Prior to CPS’ involvement in May, Mrs. Davis notified several officials at her school district that her child had made statements about suicide. She asked for support from school specialists. And, even before CPS contacted Mrs. Davis about the neglect allegation, the child had been evaluated and doctors had already determined that the child was not actually in danger, but would continue to receive help with processing feelings and thoughts related to difficulties the child was experiencing due to the father’s deployment.
The child is also suspected of falling somewhere on the autism spectrum, like Mrs. Davis’ daughter, Lilli.
Autism is defined by the Centers for Disease Control and Prevention (CDC) as a condition, present from early childhood, characterized by difficulty in communicating and forming relationships with other people, as well as using language and abstract concepts.
And, according to a 2018 report published by the CDC, the CDC’s Autism and Developmental Disabilities Monitoring Network estimates that about 1 in 59 children have been diagnosed with the disorder.
A further study conducted by Penn State researchers in 2013 concluded that suicidal attempts and ideation by autistic children happen at a rate of 28 times more than that for children not struggling with the diagnosis.
To complicate matters further for the Davis family, a 2011 study conducted by the California Department of Education – the first study of its kind – found that approximately 25 percent of the school-aged children it surveyed, who have at least one parent deployed for active duty in the military, has either attempted or had thoughts of suicide. In comparison, 18 percent of the depressed school-aged children surveyed, without military or deployed parents, had the same tendencies.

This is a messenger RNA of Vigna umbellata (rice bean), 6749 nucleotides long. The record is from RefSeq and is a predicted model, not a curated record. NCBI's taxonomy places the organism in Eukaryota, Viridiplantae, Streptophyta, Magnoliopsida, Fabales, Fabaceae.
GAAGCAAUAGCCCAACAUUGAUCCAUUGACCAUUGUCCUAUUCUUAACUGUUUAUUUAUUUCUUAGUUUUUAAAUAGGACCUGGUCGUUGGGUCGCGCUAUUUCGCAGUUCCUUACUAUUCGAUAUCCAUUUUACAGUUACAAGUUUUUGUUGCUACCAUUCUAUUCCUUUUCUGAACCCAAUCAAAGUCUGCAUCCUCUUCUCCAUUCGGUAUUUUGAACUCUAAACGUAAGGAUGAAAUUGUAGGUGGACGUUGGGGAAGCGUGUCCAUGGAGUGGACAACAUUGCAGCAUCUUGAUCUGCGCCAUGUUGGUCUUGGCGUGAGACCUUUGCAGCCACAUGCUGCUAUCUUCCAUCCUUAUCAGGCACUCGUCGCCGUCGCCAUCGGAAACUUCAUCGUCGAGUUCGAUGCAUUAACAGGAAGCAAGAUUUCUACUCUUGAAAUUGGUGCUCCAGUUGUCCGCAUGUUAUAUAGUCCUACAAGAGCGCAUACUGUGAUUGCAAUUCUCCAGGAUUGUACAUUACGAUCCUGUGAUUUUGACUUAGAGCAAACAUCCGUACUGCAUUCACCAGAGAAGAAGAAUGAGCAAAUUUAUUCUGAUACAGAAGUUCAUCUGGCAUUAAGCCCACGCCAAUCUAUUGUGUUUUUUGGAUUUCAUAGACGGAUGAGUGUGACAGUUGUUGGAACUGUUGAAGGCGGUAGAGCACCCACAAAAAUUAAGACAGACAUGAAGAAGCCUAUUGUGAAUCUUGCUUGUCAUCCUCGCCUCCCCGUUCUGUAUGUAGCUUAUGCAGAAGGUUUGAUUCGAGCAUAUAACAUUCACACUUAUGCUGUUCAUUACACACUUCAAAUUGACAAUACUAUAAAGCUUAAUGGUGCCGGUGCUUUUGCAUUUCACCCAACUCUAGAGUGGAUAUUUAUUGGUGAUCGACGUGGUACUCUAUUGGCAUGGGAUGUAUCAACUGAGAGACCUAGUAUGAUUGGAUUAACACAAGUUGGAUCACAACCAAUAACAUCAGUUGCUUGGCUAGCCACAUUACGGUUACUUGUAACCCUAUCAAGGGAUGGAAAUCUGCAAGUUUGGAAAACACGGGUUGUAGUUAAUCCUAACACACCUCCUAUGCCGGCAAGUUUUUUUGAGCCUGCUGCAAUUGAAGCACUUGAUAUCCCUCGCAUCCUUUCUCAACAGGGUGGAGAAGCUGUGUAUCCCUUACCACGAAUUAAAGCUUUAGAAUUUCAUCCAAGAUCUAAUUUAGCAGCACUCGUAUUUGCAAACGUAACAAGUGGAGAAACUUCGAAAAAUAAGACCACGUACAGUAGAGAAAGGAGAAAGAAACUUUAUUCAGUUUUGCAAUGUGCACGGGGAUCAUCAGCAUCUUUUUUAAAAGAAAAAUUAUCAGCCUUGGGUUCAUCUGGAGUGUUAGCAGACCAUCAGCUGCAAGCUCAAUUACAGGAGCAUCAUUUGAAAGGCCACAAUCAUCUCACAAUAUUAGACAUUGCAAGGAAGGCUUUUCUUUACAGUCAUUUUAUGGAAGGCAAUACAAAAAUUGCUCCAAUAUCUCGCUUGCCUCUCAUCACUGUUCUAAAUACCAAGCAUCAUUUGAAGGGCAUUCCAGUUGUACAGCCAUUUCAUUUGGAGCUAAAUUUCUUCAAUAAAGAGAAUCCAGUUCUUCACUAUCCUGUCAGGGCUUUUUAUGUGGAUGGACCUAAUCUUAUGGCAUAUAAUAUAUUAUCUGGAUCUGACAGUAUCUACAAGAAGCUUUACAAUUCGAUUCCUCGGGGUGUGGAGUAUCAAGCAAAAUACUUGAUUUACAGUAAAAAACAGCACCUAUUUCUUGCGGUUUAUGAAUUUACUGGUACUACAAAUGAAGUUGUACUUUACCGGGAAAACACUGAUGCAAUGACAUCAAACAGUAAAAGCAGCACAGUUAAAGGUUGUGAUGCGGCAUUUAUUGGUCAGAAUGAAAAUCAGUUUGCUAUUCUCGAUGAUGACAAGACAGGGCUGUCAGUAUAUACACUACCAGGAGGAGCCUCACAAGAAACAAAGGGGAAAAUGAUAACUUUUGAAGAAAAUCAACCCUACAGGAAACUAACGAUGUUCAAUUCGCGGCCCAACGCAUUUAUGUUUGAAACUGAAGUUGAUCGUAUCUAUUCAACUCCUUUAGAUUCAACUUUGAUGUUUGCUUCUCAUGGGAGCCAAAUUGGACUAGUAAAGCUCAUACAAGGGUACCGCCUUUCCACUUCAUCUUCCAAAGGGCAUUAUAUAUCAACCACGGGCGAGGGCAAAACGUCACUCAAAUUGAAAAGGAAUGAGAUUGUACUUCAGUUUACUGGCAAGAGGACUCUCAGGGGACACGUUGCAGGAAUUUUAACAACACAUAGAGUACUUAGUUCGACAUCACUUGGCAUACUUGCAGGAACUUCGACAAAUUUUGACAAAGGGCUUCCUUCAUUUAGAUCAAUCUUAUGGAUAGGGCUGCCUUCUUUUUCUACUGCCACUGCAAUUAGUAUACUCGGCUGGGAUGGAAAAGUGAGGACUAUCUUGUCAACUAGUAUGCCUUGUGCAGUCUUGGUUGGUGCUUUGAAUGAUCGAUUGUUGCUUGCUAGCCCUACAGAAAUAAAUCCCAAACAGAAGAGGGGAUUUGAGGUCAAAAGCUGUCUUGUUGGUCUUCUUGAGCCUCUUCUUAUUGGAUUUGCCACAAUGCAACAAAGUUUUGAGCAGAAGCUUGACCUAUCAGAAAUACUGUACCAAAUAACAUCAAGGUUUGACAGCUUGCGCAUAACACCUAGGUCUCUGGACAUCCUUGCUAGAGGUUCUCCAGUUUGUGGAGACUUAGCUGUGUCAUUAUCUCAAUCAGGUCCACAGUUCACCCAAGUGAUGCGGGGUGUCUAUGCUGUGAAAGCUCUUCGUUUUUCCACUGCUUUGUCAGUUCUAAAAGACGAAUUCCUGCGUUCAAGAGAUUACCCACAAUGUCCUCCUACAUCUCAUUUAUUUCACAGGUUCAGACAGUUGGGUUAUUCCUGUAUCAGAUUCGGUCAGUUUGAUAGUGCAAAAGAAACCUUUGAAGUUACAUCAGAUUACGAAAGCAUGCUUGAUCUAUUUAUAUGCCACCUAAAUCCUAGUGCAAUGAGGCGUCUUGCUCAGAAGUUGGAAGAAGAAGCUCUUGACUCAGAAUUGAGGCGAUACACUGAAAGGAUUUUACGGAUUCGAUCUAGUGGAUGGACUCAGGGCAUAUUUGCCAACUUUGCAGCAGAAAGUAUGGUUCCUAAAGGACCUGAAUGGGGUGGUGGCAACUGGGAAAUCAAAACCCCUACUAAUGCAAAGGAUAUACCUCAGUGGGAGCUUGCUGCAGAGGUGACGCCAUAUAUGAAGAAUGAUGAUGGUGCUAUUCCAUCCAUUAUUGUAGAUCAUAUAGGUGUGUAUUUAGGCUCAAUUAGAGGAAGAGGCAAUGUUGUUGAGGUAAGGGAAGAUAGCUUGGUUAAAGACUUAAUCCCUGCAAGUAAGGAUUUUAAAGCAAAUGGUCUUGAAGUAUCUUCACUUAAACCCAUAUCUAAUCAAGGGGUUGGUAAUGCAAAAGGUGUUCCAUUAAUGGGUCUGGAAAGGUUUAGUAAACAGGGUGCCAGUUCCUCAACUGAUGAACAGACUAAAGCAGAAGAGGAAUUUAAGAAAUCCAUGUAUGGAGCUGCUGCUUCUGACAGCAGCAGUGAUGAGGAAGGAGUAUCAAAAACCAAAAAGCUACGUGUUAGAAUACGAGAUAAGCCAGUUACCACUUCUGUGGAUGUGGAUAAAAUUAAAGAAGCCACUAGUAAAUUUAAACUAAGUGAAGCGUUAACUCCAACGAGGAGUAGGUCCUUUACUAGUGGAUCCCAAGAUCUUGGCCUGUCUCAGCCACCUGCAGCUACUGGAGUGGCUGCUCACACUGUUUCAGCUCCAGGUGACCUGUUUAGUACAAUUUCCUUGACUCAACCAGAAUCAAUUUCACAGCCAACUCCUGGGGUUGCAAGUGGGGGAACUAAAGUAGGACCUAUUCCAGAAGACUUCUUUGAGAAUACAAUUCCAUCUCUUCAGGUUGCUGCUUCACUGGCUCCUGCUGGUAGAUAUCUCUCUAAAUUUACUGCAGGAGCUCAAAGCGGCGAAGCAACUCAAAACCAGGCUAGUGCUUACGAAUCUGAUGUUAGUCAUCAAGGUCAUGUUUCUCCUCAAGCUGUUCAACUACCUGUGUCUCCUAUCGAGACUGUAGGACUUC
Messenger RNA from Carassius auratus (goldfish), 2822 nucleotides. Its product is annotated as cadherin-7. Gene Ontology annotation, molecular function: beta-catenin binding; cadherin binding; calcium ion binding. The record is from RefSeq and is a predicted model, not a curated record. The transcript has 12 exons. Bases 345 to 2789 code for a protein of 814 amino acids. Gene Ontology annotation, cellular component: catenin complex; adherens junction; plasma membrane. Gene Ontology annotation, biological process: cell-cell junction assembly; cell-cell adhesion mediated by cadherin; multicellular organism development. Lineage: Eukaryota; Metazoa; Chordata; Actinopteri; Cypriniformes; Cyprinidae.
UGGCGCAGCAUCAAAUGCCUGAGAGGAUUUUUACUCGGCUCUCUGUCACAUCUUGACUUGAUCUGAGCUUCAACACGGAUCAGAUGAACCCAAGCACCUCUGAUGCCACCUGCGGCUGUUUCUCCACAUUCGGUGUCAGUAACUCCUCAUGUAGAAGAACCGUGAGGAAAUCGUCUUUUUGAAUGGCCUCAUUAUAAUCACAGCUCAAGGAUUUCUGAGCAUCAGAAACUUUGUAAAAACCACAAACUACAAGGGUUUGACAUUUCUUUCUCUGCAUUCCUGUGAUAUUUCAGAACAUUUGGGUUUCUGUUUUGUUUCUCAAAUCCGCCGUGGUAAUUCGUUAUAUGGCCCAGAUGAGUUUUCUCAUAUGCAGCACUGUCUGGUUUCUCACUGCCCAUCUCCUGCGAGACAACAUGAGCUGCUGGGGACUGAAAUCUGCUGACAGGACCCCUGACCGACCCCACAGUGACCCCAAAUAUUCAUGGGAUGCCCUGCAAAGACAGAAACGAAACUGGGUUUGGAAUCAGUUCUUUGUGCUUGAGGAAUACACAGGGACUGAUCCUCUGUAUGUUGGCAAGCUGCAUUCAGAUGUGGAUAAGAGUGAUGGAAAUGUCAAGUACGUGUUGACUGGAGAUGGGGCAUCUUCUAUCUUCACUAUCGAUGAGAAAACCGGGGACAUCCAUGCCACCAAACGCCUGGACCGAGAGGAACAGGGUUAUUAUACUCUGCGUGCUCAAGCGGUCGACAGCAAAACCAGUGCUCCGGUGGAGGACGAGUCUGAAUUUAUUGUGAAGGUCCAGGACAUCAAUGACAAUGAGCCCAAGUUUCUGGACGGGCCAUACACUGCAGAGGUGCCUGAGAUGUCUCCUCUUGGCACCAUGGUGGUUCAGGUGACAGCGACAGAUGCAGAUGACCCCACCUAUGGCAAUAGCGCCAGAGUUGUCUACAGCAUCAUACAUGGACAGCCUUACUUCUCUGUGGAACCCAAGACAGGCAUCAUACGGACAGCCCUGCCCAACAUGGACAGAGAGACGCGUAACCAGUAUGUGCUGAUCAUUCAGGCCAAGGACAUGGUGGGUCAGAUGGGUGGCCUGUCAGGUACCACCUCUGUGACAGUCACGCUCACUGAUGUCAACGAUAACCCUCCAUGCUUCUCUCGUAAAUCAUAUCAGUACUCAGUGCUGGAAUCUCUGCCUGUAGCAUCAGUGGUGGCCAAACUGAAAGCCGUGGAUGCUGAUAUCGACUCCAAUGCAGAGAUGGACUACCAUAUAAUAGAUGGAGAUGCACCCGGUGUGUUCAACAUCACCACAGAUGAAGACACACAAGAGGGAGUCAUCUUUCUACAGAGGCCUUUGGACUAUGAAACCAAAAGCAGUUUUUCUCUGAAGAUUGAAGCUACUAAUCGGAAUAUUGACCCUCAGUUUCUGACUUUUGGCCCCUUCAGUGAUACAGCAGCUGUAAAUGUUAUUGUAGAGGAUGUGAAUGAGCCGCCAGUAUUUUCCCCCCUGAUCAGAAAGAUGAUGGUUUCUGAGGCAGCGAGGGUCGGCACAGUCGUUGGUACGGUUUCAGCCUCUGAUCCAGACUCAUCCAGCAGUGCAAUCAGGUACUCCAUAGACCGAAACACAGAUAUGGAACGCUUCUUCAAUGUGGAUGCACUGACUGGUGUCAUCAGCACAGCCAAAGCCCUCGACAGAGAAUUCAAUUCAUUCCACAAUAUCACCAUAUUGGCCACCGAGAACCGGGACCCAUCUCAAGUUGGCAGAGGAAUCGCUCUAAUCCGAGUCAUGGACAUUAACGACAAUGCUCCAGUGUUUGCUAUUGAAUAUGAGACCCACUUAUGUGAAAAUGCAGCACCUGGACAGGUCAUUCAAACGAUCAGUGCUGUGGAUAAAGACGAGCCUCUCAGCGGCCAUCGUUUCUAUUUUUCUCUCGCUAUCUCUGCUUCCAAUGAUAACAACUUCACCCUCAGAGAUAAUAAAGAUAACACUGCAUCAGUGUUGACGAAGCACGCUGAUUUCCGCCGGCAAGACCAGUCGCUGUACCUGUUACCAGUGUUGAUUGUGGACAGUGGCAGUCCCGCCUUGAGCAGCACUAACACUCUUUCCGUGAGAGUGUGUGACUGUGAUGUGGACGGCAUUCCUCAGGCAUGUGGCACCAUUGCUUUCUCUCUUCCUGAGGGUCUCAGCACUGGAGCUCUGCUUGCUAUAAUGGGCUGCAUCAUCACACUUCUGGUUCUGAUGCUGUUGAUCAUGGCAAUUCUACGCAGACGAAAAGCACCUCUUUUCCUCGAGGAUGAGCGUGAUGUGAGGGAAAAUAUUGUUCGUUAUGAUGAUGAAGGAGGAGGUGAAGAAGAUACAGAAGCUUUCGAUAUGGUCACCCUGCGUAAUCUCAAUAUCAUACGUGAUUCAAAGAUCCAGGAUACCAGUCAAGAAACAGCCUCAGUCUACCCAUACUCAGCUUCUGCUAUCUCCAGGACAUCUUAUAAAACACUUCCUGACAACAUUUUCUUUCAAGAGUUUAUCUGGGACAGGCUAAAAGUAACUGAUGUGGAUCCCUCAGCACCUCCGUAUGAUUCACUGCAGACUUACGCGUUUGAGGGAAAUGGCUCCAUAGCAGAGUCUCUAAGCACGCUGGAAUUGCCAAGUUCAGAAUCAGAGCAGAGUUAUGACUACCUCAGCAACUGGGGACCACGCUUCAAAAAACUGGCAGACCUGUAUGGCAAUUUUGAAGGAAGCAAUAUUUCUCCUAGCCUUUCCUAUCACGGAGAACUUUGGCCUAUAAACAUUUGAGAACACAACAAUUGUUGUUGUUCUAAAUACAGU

In April, Mrs. Davis notified the school officials and therapy specialists that one of her five children had made a series of suicidal statements, beginning on the day of her husband’s pre-deployment.
Matt Davis, who left for military training in the spring, deployed in the middle of the family’s fight with Anne Arundel Public Schools which had not only denied an evaluation for the couple’s daughter, Lilli, but had taken the family to court to specifically fight it, spending almost $31,000 in court costs to avoid the dyslexia evaluation.
Frustrated due to losing valuable reading intervention time after what had become a four-year battle with the school system, the Davis family elected to pay for the evaluation themselves, at a cost of about $2,800 – or roughly 10 percent of what the school system spent in court and legal fees to fight the family’s request to evaluate Lilli.
Following the denial, Mrs. Davis had requested of the school system, through a Maryland Public Information Act (MPIA) request, all costs associated with the due process case brought against her family. The case aimed to fight the school system’s obligation to evaluate Lilli for dyslexia which would require Anne Arundel schools to provide services if the evaluation demonstrated a need. It was through the school system’s response to the the MPIA that Mrs. Davis discovered what Anne Arundel schools had actually paid to avoid evaluating her daughter. The school system won the case against the family.
But while the Anne Arundel schools is funded by tax dollars that pays for such cases, the Davis family – which is on a limited military budget – has had to pay to defend itself. The family has set up a GoFundMe page to help offset costs associated with the legal fees and dyslexia evaluation.
Through the private evaluation, doctors did determine that Lilli was indeed dyslexic, yet Anne Arundel schools continues to disregard the results and, according to Mrs. Davis, refuses to add supportive services to Lilli’s Individualized Education Plan – or IEP.